It’s December 30, 2009 somewhere in Miami, Florida–the day before New Year’s Eve. Carolina Espinosa, the 31 year old wife of 56 year old Fausto Espinosa, drives the couples’ Rolls Royce to the home of Jose Gonzalez. The three are concocting a plan to commit arson as a small part of their elaborate and immensely diabolical property insurance fraud ring–one this married public adjuster couple operated for close to a decade.
The three are merely the top tier of two dozen or more co-conspirators in a multi-million dollar criminal enterprise police, arson and DIF (Division of Insurance Fraud) investigators dubbed “Operation Flames & Flood II.”
Like numerous PA scams uncovered in recent years, insurers in the “Flames and Flood” case took it heavy. So, too, did Florida’s six million home and condo owners and renters. Here the net losses totaled over $7 million from 25 separately “staged” events.
The average claim filed against Citizens was $189,702 for 12 claims totaling $2,276,431.37, including two water losses. Citizens successfully denied one claim based on the claimants lack of insurable interest.
State Farm had the highest single payout of $975,777. Tower-Hill had more payouts than any other private carrier with three total.
Mr. and Mrs. pubic adjuster were meticulous, making certain to never use the same private insurer more than once (other than Tower-Hill) and to carefully review policies for water exclusions that might make the setting of a fire the best option. Indeed, “fire” was their choice in all but four (4) of the twenty five (25) staged events. And, due in part to the unique position and knowledge of public adjusters, both the floods and every one of the flames, were never conclusively declared by investigators to have been staged. Not one!
For a breakdown on each carrier’s losses I assembled a sheet using the un-redacted arrest affidavits provided by the Dade County States’ Attorney, Katherine Fernandez Rundle’s office, and those received from the Department of Financial Services (DFS) and used to revoke the public adjuster licenses of Fausto and Carolina Espinosa. You can review my loosely assembled claim summary here.
But, know this. Operation “Flames & Flood” was an investigation into a monumental conspiracy involving far more than just two very bad public adjusters. It included electricians who rewired surge protectors. Plumbers who loosened pipes, remediators who overcharged and, complicit homeowners–some with drug and gambling habits and others desperately behind on their mortgage payments.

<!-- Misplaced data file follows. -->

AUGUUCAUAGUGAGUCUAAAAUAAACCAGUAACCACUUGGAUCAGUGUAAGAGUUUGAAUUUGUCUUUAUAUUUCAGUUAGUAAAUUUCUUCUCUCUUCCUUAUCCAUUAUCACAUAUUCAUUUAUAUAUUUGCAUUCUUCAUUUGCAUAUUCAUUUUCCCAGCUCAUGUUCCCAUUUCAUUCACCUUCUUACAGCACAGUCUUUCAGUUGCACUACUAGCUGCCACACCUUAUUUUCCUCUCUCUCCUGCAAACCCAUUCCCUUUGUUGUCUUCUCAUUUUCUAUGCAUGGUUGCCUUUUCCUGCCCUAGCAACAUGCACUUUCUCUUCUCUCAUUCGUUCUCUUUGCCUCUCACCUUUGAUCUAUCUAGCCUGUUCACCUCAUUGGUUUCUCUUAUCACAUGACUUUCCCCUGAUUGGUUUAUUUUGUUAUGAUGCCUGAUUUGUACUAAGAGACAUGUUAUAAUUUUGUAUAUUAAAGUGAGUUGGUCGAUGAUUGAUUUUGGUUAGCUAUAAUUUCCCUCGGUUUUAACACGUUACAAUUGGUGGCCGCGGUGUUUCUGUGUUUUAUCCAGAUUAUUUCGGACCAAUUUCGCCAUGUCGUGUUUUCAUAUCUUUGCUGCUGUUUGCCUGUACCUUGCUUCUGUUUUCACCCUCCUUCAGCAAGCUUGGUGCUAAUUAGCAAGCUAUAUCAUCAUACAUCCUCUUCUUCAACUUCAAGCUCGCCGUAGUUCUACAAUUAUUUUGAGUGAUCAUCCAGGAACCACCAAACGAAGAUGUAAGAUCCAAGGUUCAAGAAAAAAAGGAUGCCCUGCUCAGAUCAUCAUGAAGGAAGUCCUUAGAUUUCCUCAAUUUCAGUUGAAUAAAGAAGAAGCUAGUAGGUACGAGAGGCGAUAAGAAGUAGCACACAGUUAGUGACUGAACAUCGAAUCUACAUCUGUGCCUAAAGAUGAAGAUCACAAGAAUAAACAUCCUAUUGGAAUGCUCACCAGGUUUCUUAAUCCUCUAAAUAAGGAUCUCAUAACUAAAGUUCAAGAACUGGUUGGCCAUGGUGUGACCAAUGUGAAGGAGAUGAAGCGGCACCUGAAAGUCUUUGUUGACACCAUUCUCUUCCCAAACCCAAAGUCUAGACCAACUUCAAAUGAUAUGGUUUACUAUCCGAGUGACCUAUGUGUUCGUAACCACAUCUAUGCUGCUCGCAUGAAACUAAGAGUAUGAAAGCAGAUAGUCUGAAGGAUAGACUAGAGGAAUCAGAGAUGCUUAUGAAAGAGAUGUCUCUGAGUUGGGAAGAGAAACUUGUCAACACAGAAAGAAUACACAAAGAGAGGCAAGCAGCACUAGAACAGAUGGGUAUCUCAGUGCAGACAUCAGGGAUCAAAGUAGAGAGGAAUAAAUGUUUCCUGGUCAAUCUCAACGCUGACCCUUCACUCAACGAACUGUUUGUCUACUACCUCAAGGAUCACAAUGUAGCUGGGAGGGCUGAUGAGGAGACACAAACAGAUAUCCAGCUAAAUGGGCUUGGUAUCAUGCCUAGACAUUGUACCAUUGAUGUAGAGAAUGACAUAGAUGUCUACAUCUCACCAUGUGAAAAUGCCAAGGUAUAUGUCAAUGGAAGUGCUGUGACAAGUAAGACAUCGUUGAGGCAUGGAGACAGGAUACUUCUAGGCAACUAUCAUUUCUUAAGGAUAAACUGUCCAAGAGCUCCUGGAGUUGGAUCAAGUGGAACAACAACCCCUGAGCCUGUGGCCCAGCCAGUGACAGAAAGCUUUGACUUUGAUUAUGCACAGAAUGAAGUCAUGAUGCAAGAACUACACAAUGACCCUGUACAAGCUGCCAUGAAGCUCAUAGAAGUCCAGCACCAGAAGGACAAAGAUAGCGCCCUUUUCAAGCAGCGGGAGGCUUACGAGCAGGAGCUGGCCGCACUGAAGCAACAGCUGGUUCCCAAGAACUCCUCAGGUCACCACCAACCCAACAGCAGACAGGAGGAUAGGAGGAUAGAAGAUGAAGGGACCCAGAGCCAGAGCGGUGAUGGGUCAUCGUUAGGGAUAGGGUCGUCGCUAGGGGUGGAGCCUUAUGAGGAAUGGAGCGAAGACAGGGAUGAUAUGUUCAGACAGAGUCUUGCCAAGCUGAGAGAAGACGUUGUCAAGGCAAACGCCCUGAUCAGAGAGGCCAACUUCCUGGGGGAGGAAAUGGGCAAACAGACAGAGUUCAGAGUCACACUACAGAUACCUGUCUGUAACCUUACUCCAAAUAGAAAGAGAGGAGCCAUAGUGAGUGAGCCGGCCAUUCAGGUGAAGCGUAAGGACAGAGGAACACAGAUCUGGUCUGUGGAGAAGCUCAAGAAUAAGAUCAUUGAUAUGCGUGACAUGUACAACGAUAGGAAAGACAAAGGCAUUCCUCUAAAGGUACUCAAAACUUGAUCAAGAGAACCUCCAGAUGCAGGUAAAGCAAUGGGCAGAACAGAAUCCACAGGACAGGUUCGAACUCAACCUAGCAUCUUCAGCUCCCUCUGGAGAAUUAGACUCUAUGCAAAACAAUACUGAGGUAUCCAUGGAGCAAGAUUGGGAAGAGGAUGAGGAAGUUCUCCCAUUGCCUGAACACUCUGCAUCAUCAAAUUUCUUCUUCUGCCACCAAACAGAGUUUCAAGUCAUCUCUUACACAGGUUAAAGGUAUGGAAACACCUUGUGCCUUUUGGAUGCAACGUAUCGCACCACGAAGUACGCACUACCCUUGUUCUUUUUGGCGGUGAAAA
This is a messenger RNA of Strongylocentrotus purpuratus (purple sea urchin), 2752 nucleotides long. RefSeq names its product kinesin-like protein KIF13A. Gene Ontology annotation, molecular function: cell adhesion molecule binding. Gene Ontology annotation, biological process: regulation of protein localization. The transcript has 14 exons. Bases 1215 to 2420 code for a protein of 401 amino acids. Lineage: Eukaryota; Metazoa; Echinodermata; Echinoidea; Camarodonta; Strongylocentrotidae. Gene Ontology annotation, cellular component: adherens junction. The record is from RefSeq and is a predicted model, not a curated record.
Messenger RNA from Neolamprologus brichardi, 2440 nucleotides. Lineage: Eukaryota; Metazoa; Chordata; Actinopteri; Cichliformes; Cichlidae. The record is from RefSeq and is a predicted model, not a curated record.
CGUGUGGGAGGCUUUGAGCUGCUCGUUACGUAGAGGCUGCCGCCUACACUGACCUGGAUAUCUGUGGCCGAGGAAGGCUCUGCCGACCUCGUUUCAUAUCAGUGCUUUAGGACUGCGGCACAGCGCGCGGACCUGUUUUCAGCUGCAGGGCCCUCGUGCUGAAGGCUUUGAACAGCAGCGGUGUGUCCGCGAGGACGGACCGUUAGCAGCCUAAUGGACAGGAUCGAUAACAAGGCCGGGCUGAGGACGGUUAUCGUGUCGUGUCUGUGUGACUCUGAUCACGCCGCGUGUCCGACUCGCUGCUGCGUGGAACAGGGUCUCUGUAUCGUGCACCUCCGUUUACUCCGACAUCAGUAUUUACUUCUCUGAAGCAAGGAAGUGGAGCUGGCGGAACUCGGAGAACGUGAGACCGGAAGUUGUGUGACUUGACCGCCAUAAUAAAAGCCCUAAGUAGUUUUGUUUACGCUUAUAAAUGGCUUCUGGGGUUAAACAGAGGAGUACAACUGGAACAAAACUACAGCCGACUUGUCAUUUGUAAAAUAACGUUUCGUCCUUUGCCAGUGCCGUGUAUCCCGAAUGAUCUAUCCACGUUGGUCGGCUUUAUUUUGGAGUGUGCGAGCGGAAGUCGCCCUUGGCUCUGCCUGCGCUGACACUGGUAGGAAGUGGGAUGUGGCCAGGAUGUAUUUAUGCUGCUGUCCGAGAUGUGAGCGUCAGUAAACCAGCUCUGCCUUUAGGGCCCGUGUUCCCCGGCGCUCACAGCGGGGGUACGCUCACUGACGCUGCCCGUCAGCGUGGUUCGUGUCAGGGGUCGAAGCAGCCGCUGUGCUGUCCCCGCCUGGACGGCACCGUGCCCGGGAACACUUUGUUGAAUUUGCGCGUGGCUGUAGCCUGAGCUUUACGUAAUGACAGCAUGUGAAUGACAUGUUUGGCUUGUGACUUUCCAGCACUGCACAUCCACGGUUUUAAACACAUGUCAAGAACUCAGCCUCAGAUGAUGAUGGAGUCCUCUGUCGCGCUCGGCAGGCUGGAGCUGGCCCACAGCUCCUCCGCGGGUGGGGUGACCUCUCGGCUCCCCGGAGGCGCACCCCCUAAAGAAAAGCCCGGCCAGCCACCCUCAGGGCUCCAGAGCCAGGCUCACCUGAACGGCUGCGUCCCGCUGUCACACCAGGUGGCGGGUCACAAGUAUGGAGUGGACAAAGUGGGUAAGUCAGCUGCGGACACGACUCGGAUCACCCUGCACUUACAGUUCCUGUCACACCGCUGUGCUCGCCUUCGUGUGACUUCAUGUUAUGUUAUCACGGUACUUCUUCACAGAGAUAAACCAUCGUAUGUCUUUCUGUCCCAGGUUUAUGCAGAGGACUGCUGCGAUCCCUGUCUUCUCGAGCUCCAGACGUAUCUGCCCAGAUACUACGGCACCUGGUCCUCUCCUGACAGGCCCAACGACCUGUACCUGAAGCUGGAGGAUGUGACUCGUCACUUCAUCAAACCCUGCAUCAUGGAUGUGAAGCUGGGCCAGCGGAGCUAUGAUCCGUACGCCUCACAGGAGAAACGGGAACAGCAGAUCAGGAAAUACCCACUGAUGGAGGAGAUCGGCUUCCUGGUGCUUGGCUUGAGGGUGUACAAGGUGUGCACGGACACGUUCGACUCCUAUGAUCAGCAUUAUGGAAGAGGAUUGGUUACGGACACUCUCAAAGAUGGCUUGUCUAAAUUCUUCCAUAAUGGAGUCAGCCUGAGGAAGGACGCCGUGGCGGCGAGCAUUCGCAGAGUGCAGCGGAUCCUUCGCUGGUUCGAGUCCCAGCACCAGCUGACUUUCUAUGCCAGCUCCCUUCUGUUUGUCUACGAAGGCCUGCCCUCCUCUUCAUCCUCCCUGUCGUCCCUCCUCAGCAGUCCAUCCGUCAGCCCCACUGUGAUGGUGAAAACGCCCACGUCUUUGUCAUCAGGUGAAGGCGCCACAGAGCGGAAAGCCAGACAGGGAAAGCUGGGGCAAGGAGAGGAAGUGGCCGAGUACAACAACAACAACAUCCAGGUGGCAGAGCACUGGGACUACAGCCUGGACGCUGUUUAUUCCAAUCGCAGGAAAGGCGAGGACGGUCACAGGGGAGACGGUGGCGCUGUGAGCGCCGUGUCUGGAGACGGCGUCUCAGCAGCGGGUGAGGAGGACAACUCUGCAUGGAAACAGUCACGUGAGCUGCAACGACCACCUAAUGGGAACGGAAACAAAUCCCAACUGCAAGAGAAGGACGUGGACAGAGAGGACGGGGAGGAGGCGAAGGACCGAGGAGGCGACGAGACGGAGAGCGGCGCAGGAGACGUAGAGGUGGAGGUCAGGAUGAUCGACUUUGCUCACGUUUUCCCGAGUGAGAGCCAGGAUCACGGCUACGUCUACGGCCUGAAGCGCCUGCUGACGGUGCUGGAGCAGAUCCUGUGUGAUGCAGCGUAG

“Flames and Flood” included overextended contractors on the verge of bankruptcy. It included lawyers’ spouses who were water extractors, fire remediators, an appraisal company owned by the Espinosa’s, appliance store owners, an auto stereo outlet, numerous field “recruiters” looking for willing homeowners and, of course…it included attorneys!
That’s right! Lawyers who, according to official affidavits, were not only “aware of the scheme” but who many times participated in ways beyond just filing suits. One attorney even appeared at the fire scene warning the homeowner not to sign with the other public adjusters who arrived and to stick with Espinosa so everything could go according to plan.
Affidavits indicate that the attorneys were not only paid their fees but, were sometimes paid a percentage of the claim direct from Espinosa, presumably for other services. For details on each of the 25 events, begin reading on page 6 of the 52 page “Statement of Facts in Support of Arrest” from the 11th circuit court.
Now… let’s shift gears.
This was a diverse and far reaching scam operated by some really bad people. But, there was one common thread necessary and present for each of the 25 staged events…
…ASSIGNMENT OF BENEFITS!
All of the public adjusters in this, and I’d be willing to bet, in other fraud rings, have relied, in whole or in part, on Assignment of Benefits (AOB); or, similar language that guarantees the claim check will have the PA’s name on it, and more. As you read the arrest affidavit you’ll find numerous references to the “assignment” clause in the PA’s contract.
One of my subscribers sent me this PA’s contract as an example. And, while this PA may be honest, it’s a cinch that those who are not honest use similar language.
“I, hereby, assign any and all insurance rights, benefits, proceeds and any causes of action under any applicable insurance policies to…[the public adjuster]”
Think about it. A public adjuster can’t contract with the homeowner until after the loss, in the Espinosa’s case, an arson. If the public adjuster plotted with the homeowner to defraud the insurer, and the homeowner refuses to pay the PA his percentage, seeking redress in the courts, or even filing a lien to enforce an illegal contract becomes problematic.
PA’s with criminal intent must control the claim, and most importantly, they must control the claim payment.
Though most are honest and ethical, PA’s are uniquely positioned to commit insurance fraud. They know the claim process. They know the ins and outs of fraud investigation. Fact is, AOB gives those with Espinosa’s mindset not just additional means to commit fraud but, the inspiration to turn to fraud in the first place.
In closing–while congratulations are in order for all those (arson investigators, DIF and police detectives, prosecutors and regulators) who helped bring down this vast network of insurance fraudsters, it’s somewhat disconcerting that no one has pointed to the role that Assignment of Benefits played in both incentivizing and enabling this and other scams like it across Florida.
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